Q: Shareholders are a much more concentrated group in the UK; how would United States companies approach their diffuse shareholders?

A: Maybe instead of having nice quiet chats among a club of shareholders, they could have roadshows across the country. Companies do that today when they're trying to increase their share price. They, of course, have never had a reason to do that with CEO pay.

At the same time, investors are really going to have to get up to speed, really get their hands dirty understanding these compensation packages.

These are good challenges to have, as opposed to there being a stone wall between companies and shareholders on executive pay.

Q: What are some of the company arguments against advisory pay? How would you answer them?

A: One of the arguments: This is just too complex for shareholders to deal with. Boards spend lots of time sorting through data and hiring outside counsel.

In the UK, shareholders would argue, "We're sophisticated enough to decide to buy or sell stock, we certainly can be sophisticated enough to determine whether pay is linked to performance."

Another criticism from companies is, "We already have sufficient dialogue with our shareholders. If they have a problem with their pay package, they'll tell us."

Most roadshows, they talk to portfolio managers, who many not be concerned with corporate governance. They may be listening to or talking to the wrong shareholder institutions.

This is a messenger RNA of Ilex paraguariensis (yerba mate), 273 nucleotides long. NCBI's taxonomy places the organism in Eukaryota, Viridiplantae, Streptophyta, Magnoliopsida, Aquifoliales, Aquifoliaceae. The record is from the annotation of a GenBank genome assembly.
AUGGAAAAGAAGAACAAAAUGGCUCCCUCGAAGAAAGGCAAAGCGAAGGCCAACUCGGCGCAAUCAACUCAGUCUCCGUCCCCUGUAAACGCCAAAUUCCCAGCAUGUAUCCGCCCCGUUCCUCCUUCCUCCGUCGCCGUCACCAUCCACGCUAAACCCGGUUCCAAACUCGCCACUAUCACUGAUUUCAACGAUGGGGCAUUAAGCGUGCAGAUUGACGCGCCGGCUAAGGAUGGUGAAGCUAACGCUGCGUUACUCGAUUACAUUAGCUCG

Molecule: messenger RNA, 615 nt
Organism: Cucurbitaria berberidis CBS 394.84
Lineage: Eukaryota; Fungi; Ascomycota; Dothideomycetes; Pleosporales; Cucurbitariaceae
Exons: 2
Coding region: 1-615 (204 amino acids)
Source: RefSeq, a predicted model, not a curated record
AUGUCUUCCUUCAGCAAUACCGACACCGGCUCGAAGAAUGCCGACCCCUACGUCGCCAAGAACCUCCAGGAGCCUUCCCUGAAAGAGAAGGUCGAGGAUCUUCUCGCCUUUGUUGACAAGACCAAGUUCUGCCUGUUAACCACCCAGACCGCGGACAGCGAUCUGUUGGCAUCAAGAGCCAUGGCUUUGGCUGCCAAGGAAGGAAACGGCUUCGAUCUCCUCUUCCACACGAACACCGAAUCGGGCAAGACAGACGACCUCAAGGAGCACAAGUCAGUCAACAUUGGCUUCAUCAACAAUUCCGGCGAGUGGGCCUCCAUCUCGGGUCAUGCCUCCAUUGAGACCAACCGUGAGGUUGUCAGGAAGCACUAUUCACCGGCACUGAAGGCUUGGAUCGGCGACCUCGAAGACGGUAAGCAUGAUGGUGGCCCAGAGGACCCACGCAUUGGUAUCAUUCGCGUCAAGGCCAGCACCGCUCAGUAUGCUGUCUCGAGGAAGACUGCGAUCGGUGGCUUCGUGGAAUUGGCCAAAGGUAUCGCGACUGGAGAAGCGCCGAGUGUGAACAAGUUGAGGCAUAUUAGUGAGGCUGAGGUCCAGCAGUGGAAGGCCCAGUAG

Another argument: If you have a problem with compensation policies, just express that through a vote on a compensation committee director.

There are a couple problems with this argument. Most companies still operate through plurality voting, so a vote for directors is pretty meaningless. Shareholders, even if they have a problem with compensation policies, may not want to oust the board.

In Britain, they describe this in soccer terms. A vote against the compensation package is a yellow card, a warning. If the company doesn't respond the next year, then you respond with a red card and vote against the directors.

That only works with majority voting for board members. This will work best in the U.S. when combined with majority rule voting.

Q: Why did the government in the UK institute the votes?

A: UK government introduced the advisory vote process to get the fat-cat pay monkey off the government's back. Headlines were calling for government action to curb CEO pay; what the government did was empower shareholders to take on this issue.

They feel the advisory vote process is a boost to UK competitiveness. It's meant to install a way for shareholders to keep companies in fighting trim by linking incentives to performance.

That's relevant here. If we're thinking of making our companies more competitive and giving our public shareholders more power to gain better returns, then the advisory vote makes sense.


Copyright 2006 Associated Press. All rights reserved.